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Recognition

BA Meeting 1838   Geological section of the British Association Meeting at Newcastle, 1838. (GSL/POR/18). Murchison is the first figure on the left, seated directly next to him (with glasses) is De la Beche then Sedgwick. In the front of the picture, leaning down and inspecting a jawbone, is Smith's nephew John Phillips.
 Click to enlarge    

William Smith may have never become a member of the Geological Society, but his biostratigraphical theories quickly permeated into the development of the science nevertheless. An early example of this influence was the decision in 1813 to begin to rearrange the British specimens in the Society’s Museum, which had previously been classified geographically, into stratigraphical order.

This painting, of the Geological section of the British Association for the Advancement of Science in 1838, shows William Smith on the far right surrounded by Fellows of the Geological Society. The group includes two of the most important stratigraphists of the age - Roderick Murchison (1792-1871) and Adam Sedgwick (1785-1873). Initially working together, these two men identified the Silurian and Cambrian systems through the use of fossils in the 1830s [first paper published in 1835], which led to the establishment of the modern geological timescale. 

On 18 February 1831, Adam Sedgwick, as President of the Geological Society, awarded William Smith the first Wollaston Medal which is still the highest honour bestowed by our organisation. In his citation to Smith, Sedgwick described his personal debt to the man he termed ‘The Father of English Geology’: 

Sedgwick oval“I for one can speak with gratitude of the practical lessons I have received from Mr Smith; it was by tracking his footsteps, with his maps in my hand, through Wiltshire and the neighbouring counties, where he had trodden nearly thirty years before, that I first learnt the subdivisions of our oolitic series, and apprehended the meaning of those arbitrary and somewhat uncouth terms, which we derive from him our master, which have long become engrafted into the conventional language of England’s geologists, and, through their influence, have been, in part, also adopted by naturalists of the Continent.” [‘Proceedings of the Geological Society’, No.20 (1831) p278]


Indeed so keen was the Society to recognise Smith’s achievements that he only received the accompanying purse of 20 guineas and not actually the Wollaston Medal itself which was still being made. Smith finally received the finished Medal at the British Association meeting of 1832.

Included in the painting is also Henry Thomas De la Beche (1796-1855) who became first director of the Geological Survey, the first national organisation founded to systematically survey and map the country’s geology, so as (in an echo of Smithian principles) to be of "great practical utility, bearing on agriculture, mining, road-making, the formation of canals and railroad, and other branches of national industry" [Charles Lyell, Presidential Address, 20 Feb 1836, ‘Proceedings of the Geological Society’, vol 2, No.44 (1836) p358].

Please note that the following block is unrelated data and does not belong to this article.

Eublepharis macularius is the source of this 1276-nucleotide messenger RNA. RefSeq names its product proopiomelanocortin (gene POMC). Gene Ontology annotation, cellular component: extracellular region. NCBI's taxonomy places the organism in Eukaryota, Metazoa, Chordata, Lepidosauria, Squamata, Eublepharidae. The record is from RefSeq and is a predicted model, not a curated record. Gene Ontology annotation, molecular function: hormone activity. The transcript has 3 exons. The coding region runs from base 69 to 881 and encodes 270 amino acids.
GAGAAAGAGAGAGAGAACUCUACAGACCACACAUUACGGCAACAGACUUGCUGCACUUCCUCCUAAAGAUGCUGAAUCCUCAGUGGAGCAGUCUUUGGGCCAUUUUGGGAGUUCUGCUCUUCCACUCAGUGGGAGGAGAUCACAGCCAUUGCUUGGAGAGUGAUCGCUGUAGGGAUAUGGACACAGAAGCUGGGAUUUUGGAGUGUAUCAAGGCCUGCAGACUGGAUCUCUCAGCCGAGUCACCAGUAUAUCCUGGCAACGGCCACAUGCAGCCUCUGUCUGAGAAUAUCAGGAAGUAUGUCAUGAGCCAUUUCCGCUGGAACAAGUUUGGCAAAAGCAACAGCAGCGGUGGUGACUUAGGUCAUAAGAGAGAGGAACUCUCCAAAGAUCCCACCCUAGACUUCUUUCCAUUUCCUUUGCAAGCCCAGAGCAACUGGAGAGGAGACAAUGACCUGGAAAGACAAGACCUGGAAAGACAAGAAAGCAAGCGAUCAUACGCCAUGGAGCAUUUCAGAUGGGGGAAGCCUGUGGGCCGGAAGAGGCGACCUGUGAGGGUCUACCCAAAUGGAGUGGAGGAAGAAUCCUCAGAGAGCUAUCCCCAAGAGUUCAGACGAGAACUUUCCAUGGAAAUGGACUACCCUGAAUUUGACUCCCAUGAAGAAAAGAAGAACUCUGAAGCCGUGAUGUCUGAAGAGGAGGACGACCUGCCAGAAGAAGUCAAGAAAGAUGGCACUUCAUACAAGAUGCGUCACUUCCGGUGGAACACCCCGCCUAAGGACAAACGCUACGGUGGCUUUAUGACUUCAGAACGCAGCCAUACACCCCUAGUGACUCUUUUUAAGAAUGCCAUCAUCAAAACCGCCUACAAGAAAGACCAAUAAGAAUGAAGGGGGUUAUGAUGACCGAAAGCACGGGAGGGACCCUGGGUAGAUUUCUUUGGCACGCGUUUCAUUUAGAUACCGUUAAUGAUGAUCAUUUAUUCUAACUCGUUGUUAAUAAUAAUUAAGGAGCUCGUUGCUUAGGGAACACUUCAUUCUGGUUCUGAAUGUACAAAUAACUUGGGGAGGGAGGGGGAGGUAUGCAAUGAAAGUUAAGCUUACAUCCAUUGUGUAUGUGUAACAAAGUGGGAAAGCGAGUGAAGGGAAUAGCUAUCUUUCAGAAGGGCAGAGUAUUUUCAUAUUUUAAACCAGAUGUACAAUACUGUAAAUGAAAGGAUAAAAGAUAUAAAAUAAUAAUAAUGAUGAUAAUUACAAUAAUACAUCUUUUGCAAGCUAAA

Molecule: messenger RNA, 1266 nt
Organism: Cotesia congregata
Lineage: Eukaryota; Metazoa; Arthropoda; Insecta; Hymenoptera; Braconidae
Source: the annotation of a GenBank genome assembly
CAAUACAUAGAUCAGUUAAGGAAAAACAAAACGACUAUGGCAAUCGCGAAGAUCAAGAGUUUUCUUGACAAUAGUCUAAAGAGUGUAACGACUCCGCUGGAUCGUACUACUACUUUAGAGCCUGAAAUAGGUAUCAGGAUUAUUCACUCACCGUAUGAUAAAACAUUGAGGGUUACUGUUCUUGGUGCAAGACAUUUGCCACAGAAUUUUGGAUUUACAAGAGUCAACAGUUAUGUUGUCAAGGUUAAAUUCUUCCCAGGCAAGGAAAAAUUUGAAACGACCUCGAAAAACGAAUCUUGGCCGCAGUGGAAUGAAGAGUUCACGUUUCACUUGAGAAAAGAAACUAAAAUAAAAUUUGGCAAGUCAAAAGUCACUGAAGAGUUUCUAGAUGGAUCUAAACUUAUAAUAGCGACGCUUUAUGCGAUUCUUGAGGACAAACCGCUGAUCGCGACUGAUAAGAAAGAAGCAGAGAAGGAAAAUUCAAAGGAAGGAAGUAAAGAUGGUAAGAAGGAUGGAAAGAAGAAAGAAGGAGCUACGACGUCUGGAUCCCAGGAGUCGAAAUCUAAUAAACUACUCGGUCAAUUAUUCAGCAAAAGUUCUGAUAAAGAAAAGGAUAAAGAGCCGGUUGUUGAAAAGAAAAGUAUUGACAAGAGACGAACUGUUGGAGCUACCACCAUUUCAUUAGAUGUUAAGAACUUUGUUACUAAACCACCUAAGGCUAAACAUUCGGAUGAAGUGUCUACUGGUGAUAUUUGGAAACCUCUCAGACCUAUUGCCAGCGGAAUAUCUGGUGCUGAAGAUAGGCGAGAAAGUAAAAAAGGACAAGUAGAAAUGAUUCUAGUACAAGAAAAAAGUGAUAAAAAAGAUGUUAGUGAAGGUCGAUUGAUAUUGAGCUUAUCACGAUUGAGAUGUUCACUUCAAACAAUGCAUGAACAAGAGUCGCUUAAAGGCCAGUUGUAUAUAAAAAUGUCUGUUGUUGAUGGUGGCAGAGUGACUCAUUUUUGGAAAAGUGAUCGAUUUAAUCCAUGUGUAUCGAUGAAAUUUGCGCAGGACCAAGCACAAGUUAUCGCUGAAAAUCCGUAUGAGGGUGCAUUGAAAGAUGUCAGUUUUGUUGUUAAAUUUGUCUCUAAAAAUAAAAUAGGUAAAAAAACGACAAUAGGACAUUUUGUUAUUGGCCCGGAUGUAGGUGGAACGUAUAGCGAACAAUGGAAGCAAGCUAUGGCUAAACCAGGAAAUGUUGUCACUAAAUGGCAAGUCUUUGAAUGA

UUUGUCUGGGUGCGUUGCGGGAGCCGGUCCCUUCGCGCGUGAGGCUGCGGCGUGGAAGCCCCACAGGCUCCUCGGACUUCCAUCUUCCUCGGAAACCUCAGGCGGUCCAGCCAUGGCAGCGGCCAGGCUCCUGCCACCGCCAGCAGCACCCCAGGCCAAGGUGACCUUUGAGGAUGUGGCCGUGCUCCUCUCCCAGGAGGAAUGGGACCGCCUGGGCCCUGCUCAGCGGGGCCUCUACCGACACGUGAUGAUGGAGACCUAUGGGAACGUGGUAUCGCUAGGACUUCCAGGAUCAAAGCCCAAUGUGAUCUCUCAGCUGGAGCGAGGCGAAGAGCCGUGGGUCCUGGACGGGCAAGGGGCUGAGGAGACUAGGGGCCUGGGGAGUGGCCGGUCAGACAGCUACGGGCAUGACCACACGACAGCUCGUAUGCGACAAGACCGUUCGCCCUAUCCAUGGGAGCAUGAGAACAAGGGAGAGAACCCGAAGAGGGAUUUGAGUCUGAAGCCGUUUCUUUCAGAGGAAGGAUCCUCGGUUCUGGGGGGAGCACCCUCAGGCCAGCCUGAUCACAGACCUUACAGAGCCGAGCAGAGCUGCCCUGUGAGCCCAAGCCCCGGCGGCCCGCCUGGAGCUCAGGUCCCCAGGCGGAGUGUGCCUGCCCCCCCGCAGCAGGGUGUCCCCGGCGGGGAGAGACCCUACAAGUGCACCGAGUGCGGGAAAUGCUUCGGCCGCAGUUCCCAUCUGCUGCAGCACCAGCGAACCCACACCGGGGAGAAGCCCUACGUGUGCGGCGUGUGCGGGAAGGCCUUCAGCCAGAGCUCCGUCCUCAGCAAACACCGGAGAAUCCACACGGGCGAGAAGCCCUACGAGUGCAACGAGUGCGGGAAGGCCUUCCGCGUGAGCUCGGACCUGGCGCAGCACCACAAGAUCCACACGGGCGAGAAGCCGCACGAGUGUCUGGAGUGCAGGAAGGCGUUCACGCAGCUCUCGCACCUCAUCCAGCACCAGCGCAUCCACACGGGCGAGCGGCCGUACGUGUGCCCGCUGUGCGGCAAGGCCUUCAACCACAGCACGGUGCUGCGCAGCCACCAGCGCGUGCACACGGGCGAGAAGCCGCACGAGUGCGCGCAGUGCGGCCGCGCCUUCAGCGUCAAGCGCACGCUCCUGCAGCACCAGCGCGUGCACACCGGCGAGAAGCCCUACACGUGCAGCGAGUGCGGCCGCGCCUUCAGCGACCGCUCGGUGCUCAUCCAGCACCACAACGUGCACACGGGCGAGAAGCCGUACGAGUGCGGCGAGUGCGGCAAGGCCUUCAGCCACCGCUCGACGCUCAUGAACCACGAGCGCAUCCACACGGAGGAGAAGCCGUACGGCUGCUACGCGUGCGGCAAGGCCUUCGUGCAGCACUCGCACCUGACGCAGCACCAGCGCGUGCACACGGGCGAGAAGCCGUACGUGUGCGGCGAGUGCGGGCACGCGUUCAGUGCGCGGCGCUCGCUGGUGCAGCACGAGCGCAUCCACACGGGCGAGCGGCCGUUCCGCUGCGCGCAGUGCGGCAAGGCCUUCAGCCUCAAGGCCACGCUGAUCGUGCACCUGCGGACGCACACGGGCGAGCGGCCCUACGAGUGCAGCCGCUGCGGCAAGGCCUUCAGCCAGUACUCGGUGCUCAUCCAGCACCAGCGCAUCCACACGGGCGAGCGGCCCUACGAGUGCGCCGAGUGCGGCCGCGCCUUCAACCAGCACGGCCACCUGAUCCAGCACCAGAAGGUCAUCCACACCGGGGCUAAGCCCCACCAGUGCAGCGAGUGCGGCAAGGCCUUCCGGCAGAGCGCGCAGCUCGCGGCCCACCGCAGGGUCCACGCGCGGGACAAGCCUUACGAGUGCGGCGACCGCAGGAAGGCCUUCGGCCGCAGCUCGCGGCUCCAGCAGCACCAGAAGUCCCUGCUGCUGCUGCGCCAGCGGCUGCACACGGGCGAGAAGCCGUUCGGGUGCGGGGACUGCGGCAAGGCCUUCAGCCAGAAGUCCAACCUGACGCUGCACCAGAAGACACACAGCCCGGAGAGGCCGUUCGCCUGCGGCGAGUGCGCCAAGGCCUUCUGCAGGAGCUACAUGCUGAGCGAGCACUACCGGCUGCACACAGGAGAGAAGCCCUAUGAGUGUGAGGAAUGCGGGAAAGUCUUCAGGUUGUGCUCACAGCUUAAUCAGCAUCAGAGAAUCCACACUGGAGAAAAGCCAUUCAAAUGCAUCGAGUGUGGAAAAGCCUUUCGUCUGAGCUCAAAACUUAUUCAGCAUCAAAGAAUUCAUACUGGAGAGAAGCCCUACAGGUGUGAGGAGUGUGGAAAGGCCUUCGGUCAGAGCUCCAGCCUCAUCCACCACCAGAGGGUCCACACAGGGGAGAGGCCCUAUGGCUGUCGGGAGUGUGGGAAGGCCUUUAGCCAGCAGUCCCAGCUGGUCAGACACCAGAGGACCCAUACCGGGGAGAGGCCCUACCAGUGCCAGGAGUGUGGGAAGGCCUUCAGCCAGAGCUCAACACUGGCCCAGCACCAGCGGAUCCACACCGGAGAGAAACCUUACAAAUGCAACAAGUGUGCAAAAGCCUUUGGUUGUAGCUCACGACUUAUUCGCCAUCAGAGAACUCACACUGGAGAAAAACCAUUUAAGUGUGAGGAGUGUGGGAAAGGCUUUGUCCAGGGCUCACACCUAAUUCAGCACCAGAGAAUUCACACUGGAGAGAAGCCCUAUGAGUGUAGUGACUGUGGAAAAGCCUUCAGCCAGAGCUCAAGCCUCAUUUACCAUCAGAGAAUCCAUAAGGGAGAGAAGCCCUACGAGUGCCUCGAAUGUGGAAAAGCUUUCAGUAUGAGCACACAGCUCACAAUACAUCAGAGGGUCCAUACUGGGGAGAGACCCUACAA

When the third edition of the Society’s Geological Map of England & Wales was issued in July 1865, the title was completely revised to read, ‘A Physical and Geological Map of England & Wales by G B Greenough, FRS (on the basis of the original map of Wm Smith 1815) revised and improved under the superintendence of a Committee of the Geological Society of London from the maps of the Geological Survey of Great Britain, 1836-63, and maps and documents contributed by Sir R I Murchison, Professor Phillips, Joseph Prestwich, R Godwin Austen, and others’. However it should be noted that George Bellas Greenough had died in 1855, and Smith’s nephew John Phillips was a member of the committee which oversaw the map’s revision and reissue. Phillips also served two years as President of the Society during this period (between 1858-1860).

In recent times, the Society has further recognized Smith’s achievements by establishing its annual William Smith Meeting and Lecture and an award specifically targeted at practical geologists - the William Smith Medal.

Acknowledgements

The Geological Society Library would like to express its thanks to the following donors whose generosity paid for the conservation and digitisation of the Society's first edition copy of William Smith's 'A Delineation of the Strata of England and Wales...' (1815):

Dr Peter Dolan

Nineteenth Century Geological Maps

Petroc Limited

Dr Dave Williams


Useful links

Strata-smith.com is the largest online collection of Smith maps (including many belonging to the Geological Society) and allows users to view the maps in 3D, compare editions and overlay with modern geological maps. The Geological Society's full William Smith collections can be viewed in our Picture Library


Bibliography and sources

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